Exploring the Silk Road in Uzbekistan

The ancient trading route of the Silk Road was what many of our group had joined the expedition to see.  Although our Silk Road experiences had started from the very beginning of the expedition, including our stay in a caravansaray in Azerbaijan (one of the old hotels used in the times of camel caravans plying the Silk Road), and will continue through to our journey into China, it is the cities of Khiva, Bukhara and Samarkand in Uzbekistan which are the most visually impressive remnants of times gone by.

After our night at the incredible Darvaza burning gas crater, and camping in the Karakum Desert, we headed north into Uzbekistan.  If you have followed previous blogs, you will know that the border crossings in Central Asia can often be quite protracted affairs. Think long queues; lunchtime closures of at least an hour, sometimes two; endless paperwork with the added excitement of very strict rules as to the way in which forms can be filled in (any mistakes mean doing another form, there’s no crossing out here!).  Heading into a border crossing in this part of the world means packing your patience, sense of humour and a good book to keep you amused during the inevitable waiting.  On the whole, the border officials that we meet are friendly, helpful and curious, but they still have a job to do and that can mean they enjoy the pleasure of our company for several hours.  Occasionally however we do come across someone who appears to be intent on making the border crossing as painful as possible for us!  It is usually on entering a country that we are subject to in depth inspections of the truck, but it was on exiting Turkmenistan that we had our most thorough search every (and Pete’s most thorough search in 14 years of overlanding!).  After 3 hours of prodding, poking, unloading, scanning and searching of Penelope, we were finally free to leave Turkmenistan and cross to the Uzbekistan border which fortunately proved to be a much easier and quicker process!

We rolled into Khiva just as the sun was setting and everyone headed off for a bite to eat, and a shower to de-desert-ify themselves.  Our hotel is an old 19th Century madrassa (Islamic university) located in the old town itself, under the shadow of Khiva’s most identifiable landmark, the turquoise-tiled Kalta Minor minaret.  Construction on this minaret started in 1851, and it remains unfinished due to the death of its sponsor, but it is unique amongst all the minarets in Uzbekistan because it is tiled for its entire height.While Khiva, Bukhara and Samarkand are all wonderful cities to wander aimlessly and enjoy the incredible architecture and decoration, doing a tour of these cities with a specialist guide brings them to life as you start to understand the purpose of the buildings and their historical context.  With invasions, conquests, power struggles and slaves all featuring heavily in Khiva’s past, it is a fascinating history to get to grips with and our guide was rated by some as the best guide they have ever had – high praise indeed!  All three of these cities are a photographers paradise, so we will let the photos do the talking!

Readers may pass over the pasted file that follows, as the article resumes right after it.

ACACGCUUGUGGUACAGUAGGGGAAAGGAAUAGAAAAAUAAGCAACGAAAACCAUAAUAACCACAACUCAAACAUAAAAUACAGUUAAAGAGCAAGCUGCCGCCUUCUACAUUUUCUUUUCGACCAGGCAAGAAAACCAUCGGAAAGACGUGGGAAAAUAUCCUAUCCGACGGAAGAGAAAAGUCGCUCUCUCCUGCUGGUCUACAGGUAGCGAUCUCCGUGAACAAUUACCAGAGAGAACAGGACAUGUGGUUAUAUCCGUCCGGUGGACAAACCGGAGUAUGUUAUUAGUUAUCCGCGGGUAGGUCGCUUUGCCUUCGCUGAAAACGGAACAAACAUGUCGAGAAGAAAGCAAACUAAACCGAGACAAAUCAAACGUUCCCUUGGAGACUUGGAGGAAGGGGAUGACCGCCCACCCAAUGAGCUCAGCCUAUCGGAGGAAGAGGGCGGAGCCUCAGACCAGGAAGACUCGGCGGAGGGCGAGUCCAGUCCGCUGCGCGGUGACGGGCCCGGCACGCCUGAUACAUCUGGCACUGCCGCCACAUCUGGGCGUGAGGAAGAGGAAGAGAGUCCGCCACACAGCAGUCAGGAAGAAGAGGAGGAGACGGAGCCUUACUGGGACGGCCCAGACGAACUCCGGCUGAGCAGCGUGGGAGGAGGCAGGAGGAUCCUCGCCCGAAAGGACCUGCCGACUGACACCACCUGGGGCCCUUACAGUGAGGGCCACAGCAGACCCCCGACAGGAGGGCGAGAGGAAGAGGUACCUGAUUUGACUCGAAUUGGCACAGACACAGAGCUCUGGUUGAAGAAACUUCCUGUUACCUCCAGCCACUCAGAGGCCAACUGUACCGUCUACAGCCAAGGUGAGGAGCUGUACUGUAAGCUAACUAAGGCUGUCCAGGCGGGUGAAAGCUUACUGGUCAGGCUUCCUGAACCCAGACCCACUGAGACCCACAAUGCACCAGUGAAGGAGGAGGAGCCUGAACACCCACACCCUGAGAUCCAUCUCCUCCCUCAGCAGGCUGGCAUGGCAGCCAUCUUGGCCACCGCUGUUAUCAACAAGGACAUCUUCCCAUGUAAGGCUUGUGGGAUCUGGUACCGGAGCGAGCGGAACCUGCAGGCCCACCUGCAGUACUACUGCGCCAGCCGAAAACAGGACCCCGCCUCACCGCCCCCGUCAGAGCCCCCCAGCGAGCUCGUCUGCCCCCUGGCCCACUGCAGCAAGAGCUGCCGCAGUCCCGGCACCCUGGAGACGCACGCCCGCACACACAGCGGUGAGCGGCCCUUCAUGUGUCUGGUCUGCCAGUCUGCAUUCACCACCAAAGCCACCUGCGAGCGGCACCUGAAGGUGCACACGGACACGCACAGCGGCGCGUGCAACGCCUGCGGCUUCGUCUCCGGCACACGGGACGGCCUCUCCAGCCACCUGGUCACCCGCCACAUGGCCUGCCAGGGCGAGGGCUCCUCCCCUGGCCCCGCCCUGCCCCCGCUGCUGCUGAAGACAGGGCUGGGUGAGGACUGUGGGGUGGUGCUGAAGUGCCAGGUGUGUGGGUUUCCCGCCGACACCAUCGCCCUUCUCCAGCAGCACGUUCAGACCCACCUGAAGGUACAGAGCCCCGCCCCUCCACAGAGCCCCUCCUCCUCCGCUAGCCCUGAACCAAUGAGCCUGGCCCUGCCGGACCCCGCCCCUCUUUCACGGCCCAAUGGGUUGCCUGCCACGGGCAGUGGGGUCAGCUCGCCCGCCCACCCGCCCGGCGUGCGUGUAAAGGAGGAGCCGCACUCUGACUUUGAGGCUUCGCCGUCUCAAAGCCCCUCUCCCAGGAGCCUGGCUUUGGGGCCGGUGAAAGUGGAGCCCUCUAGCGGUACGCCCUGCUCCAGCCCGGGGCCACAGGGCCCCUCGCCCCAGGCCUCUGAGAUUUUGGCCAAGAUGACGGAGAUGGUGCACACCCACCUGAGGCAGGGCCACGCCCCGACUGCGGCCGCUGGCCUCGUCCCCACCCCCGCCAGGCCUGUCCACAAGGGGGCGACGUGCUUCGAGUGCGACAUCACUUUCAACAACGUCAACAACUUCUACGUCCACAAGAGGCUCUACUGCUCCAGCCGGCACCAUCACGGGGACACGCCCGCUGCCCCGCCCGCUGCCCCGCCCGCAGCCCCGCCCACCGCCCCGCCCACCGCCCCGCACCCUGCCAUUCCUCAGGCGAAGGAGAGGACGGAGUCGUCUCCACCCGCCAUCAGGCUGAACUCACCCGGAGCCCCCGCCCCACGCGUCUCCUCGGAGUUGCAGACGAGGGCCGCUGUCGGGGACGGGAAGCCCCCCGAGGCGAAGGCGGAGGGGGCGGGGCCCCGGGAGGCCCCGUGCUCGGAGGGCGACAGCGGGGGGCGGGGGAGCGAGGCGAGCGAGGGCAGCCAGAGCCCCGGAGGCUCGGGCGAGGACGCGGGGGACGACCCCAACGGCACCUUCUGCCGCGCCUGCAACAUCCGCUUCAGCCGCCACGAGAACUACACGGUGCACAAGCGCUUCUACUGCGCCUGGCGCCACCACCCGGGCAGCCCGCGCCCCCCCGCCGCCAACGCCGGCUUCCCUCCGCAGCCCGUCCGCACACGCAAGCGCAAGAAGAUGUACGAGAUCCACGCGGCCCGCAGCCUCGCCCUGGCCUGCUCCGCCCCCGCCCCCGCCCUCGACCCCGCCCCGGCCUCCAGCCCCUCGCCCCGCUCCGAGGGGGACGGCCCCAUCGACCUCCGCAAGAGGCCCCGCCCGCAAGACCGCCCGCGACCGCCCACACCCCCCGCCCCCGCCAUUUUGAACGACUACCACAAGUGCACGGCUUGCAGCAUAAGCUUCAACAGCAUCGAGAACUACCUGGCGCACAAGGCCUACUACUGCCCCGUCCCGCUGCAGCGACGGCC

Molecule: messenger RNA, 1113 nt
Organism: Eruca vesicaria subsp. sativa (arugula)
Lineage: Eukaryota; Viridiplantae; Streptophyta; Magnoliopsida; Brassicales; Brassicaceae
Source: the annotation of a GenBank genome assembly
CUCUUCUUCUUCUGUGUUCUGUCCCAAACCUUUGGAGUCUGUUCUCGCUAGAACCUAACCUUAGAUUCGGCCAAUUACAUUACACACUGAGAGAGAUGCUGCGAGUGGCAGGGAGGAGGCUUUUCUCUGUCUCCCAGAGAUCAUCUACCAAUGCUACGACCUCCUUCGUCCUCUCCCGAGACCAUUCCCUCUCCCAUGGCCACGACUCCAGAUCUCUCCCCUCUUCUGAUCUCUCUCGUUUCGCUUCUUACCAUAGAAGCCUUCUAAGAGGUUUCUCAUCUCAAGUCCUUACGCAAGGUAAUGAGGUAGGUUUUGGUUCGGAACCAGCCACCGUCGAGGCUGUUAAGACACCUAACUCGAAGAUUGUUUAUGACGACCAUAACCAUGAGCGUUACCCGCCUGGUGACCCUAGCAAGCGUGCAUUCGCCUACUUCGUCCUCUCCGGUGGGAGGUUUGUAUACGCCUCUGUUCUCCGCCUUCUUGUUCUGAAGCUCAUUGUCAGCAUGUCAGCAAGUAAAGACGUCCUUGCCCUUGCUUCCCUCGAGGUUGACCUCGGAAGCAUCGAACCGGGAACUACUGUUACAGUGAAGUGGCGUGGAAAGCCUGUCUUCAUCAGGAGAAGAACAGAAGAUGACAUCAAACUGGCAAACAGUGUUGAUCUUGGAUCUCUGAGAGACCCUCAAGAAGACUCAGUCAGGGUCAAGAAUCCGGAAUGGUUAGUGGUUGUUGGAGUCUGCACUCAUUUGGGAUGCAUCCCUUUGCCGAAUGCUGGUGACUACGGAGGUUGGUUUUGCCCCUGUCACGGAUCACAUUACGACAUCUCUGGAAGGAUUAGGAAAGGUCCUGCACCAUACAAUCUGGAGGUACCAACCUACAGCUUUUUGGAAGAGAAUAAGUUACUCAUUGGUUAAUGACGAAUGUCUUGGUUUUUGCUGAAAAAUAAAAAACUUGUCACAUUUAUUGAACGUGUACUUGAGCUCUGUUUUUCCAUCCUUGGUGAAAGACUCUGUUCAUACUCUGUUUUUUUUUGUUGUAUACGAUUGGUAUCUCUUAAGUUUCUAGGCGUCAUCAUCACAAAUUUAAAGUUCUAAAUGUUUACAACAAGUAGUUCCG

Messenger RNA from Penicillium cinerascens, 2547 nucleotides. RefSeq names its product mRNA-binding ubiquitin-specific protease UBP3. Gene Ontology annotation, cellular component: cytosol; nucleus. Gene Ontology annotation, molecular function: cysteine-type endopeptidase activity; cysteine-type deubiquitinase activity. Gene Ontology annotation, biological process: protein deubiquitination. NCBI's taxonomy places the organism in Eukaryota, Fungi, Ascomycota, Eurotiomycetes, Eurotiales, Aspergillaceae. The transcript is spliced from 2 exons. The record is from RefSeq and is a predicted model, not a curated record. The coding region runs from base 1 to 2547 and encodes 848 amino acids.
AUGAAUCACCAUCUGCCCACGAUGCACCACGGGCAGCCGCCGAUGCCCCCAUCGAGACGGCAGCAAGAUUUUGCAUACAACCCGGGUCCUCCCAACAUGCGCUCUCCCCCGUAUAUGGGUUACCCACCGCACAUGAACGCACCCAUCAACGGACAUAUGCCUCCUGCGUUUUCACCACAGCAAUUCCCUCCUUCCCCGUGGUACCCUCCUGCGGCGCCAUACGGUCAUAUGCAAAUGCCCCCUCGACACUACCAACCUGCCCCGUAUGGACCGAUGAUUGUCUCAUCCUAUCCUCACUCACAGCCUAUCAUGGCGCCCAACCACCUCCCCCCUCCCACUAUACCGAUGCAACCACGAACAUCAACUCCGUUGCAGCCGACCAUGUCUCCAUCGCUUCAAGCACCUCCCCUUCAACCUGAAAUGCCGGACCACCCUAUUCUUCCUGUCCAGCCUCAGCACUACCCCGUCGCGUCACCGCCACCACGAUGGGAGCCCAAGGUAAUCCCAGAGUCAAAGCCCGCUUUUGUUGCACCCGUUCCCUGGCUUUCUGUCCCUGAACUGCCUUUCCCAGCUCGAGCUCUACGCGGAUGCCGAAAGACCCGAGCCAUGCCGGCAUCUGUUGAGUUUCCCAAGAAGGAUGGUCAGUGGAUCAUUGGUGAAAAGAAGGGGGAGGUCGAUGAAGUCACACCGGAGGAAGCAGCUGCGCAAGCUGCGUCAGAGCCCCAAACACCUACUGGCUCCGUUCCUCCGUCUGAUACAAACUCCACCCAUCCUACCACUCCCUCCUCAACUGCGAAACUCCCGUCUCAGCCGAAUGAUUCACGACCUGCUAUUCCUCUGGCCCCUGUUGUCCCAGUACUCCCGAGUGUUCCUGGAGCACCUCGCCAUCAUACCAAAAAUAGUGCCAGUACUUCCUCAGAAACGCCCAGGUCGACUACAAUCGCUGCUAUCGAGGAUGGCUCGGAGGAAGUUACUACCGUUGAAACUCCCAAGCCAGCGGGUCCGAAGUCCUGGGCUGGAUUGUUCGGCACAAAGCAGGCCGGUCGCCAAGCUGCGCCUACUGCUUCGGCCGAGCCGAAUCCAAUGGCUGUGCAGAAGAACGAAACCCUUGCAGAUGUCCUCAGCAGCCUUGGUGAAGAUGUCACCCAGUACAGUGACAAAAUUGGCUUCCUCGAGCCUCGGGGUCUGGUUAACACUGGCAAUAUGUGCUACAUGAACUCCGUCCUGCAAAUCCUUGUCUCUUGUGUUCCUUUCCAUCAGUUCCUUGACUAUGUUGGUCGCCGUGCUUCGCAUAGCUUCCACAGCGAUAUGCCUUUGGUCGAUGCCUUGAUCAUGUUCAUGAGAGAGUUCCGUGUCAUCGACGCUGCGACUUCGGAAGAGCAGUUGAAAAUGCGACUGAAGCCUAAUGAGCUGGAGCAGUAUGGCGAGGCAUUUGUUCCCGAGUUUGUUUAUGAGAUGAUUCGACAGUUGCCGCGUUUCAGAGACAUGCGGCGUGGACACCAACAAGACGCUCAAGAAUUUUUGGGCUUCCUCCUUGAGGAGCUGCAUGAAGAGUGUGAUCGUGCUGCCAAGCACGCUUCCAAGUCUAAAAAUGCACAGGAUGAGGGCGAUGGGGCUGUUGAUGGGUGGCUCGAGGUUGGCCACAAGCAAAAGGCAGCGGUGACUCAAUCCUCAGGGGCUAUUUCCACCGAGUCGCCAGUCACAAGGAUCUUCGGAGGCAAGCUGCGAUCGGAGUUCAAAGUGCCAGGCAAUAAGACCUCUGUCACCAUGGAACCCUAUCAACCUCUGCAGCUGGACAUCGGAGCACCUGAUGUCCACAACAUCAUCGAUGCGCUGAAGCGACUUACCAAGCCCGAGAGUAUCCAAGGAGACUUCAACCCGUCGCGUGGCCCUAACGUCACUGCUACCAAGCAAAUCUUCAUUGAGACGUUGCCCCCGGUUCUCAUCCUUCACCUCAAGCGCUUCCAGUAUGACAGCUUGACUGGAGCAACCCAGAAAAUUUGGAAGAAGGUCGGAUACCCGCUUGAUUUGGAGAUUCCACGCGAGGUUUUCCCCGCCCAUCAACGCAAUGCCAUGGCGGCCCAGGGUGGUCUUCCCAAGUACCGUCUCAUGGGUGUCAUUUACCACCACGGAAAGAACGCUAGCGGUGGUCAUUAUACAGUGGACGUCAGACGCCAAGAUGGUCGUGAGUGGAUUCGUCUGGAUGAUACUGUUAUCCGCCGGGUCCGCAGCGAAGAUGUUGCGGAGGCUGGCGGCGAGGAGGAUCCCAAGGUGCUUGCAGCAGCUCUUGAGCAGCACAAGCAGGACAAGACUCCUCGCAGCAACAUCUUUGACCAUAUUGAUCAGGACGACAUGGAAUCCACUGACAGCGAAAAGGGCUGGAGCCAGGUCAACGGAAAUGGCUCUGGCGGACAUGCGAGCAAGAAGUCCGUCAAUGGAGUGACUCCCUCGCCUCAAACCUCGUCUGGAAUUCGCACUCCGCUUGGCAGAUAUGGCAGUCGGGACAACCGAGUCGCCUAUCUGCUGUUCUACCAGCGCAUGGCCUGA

Our next stop, Bukhara, is more of a living city – although it has an equally interesting history, it feels less like a museum than Khiva, and is more compact and concentrated than Samarkand. In the evening, the place to be is the Lyabi-Hauz (meaning “around the pool” in the Tajik language) just a 100m or so from our hotel – where restaurants fill with locals and foreigners alike, all enjoying the cooler evenings with a shashlik (meat skewer) and maybe a vodka or two. 

In Samarkand, the modern city has interwoven itself into the historical city, providing quite a different feel from both Khiva and Bukhara, but it is home to two of the most visually impressive sights, Registan Square (which is claimed to be the most impressive site in Central Asia) and Shah-I-Zinda mausoleums.

With all of the history we had been immersed in for a week, it was a nice change to visit a traditional paper-making workshop.  Mulberry trees provide the raw materials which are then boiled, pounded and pressed into gorgeous sheets of paper which is said to last for a thousand years.

Our final stop in Uzbekistan was the city of Tashkent.  Largely rebuilt in the 1950s after a devastating earthquake it is home to wide leafy boulevards and impressive marble buildings as well as plenty of Soviet-era concrete apartment blocks.  It is a city to wander, enjoying the parks and relaxed feel that this, the largest city in Central Asia, has managed to retain.  It is also home to what is claimed to be the oldest copy of the Koran in the world.

For those for whom the prospect of another plov (fried rice), lagman (noodles either served in a soup or with a bolognaise style sauce) or shashlik was just too much, Tashkent also offered the chance for a bit of international cuisine – Korean, Italian, Japanese, Indian – it’s all here!

With all these cities under our belt, it was time to head back into the wilderness of Kazakhstan and Kyrgyzstan.  But more on that next time!

A big THANK YOU to all the expedition members who have contributed their photos to this and previous blogs – Bob C, Neil, Ian, Sandy

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